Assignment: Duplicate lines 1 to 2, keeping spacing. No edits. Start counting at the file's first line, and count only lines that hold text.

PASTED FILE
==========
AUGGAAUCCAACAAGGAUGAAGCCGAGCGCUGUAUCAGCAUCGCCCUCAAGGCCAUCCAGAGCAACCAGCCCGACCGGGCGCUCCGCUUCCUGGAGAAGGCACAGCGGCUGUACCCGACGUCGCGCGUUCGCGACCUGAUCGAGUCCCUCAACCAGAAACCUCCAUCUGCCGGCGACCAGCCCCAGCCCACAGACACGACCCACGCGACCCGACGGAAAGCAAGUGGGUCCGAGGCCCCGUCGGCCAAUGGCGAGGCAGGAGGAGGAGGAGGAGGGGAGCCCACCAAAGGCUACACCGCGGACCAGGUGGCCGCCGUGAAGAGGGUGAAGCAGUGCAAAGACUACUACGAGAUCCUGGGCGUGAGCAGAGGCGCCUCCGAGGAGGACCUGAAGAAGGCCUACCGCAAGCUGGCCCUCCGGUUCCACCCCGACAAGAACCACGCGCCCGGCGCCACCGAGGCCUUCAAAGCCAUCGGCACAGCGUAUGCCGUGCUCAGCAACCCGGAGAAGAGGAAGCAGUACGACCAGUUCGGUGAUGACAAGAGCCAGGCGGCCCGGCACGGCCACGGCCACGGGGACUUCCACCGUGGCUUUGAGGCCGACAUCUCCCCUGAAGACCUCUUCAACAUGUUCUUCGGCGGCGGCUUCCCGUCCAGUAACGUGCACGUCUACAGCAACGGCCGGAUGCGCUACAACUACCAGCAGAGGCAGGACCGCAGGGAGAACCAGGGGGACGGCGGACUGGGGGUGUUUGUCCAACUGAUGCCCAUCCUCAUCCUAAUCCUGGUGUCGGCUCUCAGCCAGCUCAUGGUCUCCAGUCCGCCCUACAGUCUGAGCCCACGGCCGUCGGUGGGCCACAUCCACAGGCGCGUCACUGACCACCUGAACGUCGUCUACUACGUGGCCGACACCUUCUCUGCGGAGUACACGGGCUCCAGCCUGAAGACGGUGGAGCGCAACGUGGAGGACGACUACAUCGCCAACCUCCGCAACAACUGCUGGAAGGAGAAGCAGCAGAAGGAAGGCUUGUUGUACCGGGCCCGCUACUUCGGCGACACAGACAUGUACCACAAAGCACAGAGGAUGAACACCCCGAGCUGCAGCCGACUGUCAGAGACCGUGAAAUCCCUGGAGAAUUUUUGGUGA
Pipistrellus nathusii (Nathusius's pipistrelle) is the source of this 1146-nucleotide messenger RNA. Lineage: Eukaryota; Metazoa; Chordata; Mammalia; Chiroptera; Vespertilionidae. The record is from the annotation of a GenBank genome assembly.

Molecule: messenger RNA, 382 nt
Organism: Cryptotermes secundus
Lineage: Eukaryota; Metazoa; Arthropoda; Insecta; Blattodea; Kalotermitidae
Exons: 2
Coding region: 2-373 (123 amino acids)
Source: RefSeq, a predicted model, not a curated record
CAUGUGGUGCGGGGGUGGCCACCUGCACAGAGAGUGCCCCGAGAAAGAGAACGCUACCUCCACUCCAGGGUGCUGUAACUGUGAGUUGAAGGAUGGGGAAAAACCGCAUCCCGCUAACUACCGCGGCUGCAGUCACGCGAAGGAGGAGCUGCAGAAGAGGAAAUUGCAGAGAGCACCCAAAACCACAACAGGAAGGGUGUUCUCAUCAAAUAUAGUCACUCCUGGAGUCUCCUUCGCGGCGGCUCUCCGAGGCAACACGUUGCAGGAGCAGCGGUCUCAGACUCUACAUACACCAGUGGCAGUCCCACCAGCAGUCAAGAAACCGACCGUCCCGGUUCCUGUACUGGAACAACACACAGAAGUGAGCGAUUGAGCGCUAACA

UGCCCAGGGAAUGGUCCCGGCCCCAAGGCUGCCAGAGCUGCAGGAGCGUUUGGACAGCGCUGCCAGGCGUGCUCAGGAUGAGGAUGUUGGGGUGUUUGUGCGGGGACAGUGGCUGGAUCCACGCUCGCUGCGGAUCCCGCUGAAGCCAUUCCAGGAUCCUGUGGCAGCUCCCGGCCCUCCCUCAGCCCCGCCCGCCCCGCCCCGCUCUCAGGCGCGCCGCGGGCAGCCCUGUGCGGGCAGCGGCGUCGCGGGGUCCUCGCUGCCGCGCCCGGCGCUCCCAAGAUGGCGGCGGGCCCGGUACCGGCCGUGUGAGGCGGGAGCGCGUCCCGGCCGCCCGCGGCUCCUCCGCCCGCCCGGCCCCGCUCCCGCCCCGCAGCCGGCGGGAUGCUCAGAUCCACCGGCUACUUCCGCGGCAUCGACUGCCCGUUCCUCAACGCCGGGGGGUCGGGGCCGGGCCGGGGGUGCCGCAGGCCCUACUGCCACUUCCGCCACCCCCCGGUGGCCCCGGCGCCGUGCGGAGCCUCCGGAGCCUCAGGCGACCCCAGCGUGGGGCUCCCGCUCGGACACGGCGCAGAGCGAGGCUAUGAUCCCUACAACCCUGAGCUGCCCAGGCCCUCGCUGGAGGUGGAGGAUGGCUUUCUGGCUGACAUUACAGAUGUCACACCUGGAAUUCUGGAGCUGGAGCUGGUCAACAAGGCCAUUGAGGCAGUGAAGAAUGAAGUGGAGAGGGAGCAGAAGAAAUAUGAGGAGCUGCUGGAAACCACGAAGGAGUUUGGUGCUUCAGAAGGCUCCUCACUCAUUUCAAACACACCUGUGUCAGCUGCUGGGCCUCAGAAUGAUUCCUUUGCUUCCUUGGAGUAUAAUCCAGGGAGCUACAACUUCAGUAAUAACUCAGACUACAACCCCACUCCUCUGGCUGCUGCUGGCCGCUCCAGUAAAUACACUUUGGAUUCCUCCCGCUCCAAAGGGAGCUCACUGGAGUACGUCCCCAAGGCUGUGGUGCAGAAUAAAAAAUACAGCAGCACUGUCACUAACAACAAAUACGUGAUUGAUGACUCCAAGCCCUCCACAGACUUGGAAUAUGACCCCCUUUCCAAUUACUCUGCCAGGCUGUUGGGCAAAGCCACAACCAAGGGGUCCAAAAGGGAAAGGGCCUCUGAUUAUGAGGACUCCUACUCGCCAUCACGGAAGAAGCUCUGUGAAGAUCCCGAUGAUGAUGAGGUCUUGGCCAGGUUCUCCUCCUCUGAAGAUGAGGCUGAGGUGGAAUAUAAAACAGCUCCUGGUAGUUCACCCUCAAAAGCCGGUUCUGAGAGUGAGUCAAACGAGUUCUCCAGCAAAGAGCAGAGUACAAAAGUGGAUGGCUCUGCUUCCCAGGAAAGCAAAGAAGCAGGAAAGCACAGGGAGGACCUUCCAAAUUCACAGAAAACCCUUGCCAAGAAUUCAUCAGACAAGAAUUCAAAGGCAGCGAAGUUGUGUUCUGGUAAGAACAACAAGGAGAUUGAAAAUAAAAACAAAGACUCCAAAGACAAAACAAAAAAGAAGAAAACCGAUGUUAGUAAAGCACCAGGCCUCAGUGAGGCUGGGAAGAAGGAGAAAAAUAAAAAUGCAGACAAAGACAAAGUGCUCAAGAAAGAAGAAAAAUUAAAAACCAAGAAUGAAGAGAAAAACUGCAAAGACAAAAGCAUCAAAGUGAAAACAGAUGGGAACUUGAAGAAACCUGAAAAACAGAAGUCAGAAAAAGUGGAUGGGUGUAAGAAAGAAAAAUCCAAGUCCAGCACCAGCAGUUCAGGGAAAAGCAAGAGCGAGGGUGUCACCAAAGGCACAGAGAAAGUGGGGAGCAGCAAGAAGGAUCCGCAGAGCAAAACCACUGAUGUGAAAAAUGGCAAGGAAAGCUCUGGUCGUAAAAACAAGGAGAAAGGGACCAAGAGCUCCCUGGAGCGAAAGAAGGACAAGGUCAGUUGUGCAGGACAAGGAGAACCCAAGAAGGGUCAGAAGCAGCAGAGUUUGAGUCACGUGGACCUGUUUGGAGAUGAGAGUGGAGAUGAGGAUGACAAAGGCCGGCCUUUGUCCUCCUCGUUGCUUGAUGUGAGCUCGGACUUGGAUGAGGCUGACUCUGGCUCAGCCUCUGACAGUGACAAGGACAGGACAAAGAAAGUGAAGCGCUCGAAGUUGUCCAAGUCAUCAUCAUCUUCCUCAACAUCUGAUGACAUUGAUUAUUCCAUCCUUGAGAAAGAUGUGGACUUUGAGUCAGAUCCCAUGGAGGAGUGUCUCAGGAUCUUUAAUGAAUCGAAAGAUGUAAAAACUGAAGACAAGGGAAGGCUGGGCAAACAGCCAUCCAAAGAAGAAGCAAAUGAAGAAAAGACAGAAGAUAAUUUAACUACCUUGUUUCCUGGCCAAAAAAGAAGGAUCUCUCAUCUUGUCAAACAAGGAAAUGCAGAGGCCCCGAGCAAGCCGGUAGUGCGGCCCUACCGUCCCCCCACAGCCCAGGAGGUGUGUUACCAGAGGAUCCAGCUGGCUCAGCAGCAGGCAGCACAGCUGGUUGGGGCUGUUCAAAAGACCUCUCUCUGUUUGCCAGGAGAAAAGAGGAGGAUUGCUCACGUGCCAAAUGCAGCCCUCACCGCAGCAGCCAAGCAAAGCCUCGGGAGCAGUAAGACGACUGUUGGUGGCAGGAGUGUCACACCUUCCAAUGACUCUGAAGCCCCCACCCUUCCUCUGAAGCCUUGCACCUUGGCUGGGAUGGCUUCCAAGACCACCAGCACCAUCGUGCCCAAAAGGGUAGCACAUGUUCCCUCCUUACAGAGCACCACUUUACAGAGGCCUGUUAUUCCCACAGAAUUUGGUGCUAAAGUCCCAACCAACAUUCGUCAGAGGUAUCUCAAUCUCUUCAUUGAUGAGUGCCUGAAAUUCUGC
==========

AUGGAAUCCAACAAGGAUGAAGCCGAGCGCUGUAUCAGCAUCGCCCUCAAGGCCAUCCAGAGCAACCAGCCCGACCGGGCGCUCCGCUUCCUGGAGAAGGCACAGCGGCUGUACCCGACGUCGCGCGUUCGCGACCUGAUCGAGUCCCUCAACCAGAAACCUCCAUCUGCCGGCGACCAGCCCCAGCCCACAGACACGACCCACGCGACCCGACGGAAAGCAAGUGGGUCCGAGGCCCCGUCGGCCAAUGGCGAGGCAGGAGGAGGAGGAGGAGGGGAGCCCACCAAAGGCUACACCGCGGACCAGGUGGCCGCCGUGAAGAGGGUGAAGCAGUGCAAAGACUACUACGAGAUCCUGGGCGUGAGCAGAGGCGCCUCCGAGGAGGACCUGAAGAAGGCCUACCGCAAGCUGGCCCUCCGGUUCCACCCCGACAAGAACCACGCGCCCGGCGCCACCGAGGCCUUCAAAGCCAUCGGCACAGCGUAUGCCGUGCUCAGCAACCCGGAGAAGAGGAAGCAGUACGACCAGUUCGGUGAUGACAAGAGCCAGGCGGCCCGGCACGGCCACGGCCACGGGGACUUCCACCGUGGCUUUGAGGCCGACAUCUCCCCUGAAGACCUCUUCAACAUGUUCUUCGGCGGCGGCUUCCCGUCCAGUAACGUGCACGUCUACAGCAACGGCCGGAUGCGCUACAACUACCAGCAGAGGCAGGACCGCAGGGAGAACCAGGGGGACGGCGGACUGGGGGUGUUUGUCCAACUGAUGCCCAUCCUCAUCCUAAUCCUGGUGUCGGCUCUCAGCCAGCUCAUGGUCUCCAGUCCGCCCUACAGUCUGAGCCCACGGCCGUCGGUGGGCCACAUCCACAGGCGCGUCACUGACCACCUGAACGUCGUCUACUACGUGGCCGACACCUUCUCUGCGGAGUACACGGGCUCCAGCCUGAAGACGGUGGAGCGCAACGUGGAGGACGACUACAUCGCCAACCUCCGCAACAACUGCUGGAAGGAGAAGCAGCAGAAGGAAGGCUUGUUGUACCGGGCCCGCUACUUCGGCGACACAGACAUGUACCACAAAGCACAGAGGAUGAACACCCCGAGCUGCAGCCGACUGUCAGAGACCGUGAAAUCCCUGGAGAAUUUUUGGUGA
Pipistrellus nathusii (Nathusius's pipistrelle) is the source of this 1146-nucleotide messenger RNA. Lineage: Eukaryota; Metazoa; Chordata; Mammalia; Chiroptera; Vespertilionidae. The record is from the annotation of a GenBank genome assembly.